[202] The best criticism passed on this facile artist was uttered by Flaxman: "That man's hand is too great for his head."

[203] For further details, we may refer the reader to Vernon Lee's essay: "Botticelli at the Villa Lemmi," Juvenilia I.

[204] "It cannot be proved that a single picture attributed to Cimabue was painted by him." Editorial Note to new edition of Crowe and Cavalcaselle, I., p. 181.

[205] Crowe and Cavalcaselle, however, assign the work to Pesellino, who is represented in this room by two small pictures, 1414 and 1415, on the wall.

[206] Mr. H. Cook has, however, given reasons for post-dating Titian's birth from 1477 to 1489-90, in spite of the master's twice repeated assertion of his great age in letters to Charles V. See Nineteenth Century Magazine, 1902, p. 156.

[207] It is, however, accepted by Eugène Müntz as a genuine Raphael, executed at Florence about 1507.

[208] From an age when the personality of the painter was of less importance than the subjects he painted, few names of German artists have come down to us.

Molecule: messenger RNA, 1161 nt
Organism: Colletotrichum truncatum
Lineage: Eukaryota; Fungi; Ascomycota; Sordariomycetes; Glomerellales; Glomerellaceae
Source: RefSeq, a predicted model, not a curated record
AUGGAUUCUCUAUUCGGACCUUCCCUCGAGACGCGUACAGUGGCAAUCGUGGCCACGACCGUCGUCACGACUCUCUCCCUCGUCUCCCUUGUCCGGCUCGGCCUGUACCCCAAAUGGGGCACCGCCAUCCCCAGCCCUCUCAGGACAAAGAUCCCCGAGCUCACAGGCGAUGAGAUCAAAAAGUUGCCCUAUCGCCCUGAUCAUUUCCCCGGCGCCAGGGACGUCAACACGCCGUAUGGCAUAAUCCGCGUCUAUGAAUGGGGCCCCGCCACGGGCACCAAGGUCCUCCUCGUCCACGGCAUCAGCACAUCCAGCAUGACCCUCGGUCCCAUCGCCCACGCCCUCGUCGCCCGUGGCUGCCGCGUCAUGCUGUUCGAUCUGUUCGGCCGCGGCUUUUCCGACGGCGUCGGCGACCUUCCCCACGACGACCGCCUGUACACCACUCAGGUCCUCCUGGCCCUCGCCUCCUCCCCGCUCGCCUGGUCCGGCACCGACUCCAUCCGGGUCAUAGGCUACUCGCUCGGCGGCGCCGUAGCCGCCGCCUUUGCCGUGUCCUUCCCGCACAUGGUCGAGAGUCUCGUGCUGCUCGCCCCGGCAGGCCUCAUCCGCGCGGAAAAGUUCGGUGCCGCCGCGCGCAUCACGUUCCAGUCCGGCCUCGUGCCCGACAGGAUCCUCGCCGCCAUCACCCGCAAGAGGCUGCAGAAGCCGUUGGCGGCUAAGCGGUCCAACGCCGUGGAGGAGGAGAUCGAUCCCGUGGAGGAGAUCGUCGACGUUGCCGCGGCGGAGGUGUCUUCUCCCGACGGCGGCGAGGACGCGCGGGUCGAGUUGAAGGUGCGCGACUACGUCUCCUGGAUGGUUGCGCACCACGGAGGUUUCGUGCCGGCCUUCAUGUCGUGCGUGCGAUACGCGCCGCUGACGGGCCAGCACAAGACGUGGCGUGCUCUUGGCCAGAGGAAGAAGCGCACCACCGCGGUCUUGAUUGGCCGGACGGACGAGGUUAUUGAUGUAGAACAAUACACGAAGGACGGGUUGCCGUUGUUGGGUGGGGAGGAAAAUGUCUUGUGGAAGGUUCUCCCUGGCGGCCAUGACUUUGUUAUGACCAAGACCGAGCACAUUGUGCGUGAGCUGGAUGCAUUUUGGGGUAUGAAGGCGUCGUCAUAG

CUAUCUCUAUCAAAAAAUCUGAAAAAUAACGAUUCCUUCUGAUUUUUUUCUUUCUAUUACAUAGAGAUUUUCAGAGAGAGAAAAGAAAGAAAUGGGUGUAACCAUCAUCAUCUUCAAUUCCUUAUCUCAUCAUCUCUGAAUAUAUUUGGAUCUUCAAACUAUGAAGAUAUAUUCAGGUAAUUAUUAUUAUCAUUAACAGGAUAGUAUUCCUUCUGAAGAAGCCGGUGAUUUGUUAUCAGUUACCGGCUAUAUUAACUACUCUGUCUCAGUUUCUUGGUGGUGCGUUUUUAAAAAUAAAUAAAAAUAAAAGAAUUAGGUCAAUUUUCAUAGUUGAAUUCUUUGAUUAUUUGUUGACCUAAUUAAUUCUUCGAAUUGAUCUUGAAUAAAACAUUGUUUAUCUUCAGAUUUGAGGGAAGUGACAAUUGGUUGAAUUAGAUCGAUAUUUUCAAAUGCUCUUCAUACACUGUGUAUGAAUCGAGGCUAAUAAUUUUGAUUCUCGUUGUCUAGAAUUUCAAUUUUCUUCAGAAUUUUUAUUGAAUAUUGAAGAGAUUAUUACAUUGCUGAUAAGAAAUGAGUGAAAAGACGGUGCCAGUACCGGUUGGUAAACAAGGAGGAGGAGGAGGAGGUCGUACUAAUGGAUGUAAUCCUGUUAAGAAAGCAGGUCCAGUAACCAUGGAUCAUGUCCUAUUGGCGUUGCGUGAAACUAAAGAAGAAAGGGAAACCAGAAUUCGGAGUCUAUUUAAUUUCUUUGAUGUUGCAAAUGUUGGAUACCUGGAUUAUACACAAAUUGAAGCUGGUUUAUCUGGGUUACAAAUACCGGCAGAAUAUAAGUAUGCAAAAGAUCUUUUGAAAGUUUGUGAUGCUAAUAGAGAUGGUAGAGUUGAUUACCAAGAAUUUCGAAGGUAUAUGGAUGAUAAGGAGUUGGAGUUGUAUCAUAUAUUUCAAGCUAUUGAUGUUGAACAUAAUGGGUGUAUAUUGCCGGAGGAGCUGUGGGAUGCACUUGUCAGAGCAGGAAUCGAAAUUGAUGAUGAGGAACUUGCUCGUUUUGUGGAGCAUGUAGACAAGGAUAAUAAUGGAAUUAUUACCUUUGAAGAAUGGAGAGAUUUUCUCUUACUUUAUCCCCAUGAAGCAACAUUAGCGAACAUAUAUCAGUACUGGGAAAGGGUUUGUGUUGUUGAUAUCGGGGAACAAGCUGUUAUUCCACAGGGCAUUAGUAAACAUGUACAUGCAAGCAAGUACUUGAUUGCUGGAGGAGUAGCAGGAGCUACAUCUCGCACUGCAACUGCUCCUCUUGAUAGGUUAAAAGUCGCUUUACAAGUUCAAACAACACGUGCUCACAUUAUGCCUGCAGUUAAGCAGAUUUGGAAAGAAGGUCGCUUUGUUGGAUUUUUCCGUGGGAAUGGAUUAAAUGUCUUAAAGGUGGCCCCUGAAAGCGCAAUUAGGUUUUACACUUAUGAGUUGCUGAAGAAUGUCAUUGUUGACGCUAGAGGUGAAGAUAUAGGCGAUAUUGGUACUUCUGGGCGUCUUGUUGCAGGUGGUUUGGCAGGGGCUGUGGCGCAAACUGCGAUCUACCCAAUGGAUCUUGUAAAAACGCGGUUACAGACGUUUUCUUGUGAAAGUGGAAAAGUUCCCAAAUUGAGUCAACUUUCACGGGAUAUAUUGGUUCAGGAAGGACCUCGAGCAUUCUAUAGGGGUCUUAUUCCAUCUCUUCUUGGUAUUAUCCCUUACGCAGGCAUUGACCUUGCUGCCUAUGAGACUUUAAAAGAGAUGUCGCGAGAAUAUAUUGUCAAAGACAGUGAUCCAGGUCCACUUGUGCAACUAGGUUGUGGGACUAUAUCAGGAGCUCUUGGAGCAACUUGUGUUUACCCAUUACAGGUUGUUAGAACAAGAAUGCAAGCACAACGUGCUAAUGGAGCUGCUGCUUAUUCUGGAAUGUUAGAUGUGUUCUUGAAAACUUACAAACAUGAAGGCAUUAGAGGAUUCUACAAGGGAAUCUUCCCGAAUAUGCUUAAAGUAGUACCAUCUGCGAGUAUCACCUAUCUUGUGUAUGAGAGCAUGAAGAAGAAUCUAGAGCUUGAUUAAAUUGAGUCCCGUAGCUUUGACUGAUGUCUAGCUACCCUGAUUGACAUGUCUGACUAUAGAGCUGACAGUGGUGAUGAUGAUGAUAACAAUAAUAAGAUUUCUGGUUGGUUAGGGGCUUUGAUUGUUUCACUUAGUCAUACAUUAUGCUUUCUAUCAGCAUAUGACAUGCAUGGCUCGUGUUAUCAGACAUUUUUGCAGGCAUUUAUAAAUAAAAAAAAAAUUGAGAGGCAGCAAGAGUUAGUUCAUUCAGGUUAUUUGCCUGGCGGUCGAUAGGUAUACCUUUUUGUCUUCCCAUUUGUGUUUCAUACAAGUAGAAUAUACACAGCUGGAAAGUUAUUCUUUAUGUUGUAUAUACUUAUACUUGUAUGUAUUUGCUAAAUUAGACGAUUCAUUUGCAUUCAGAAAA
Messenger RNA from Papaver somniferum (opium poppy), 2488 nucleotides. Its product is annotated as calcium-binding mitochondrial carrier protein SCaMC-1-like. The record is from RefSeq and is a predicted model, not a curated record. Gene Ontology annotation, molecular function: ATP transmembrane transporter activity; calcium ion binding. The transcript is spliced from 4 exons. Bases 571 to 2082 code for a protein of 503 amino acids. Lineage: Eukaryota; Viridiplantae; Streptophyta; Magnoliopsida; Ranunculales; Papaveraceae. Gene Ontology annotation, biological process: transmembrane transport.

[209] The picture subsequently found its way to the apartments of Louis XVI., and followed him from Versailles to Paris. The vacillation of this ill-fated monarch towards his advisers, says Michelet, was much influenced by a fixed idea that Charles I. lost his head for having made war on his people, and that James II. lost his crown for having abandoned them.

[210] See, however, [206] p. 357.

[211] French Painting in the Sixteenth Century, by L. Dimier. 1904.

[212] A more rational classification into schools would perhaps, as Dimier has hinted, follow the lines of racial division—French and Teutonic. For many of the Flemish artists were French in race, as, for instance, Roger Van der Weyden, who was known to Italians as Rogerus Gallicus, and called himself Roger de la Pasture.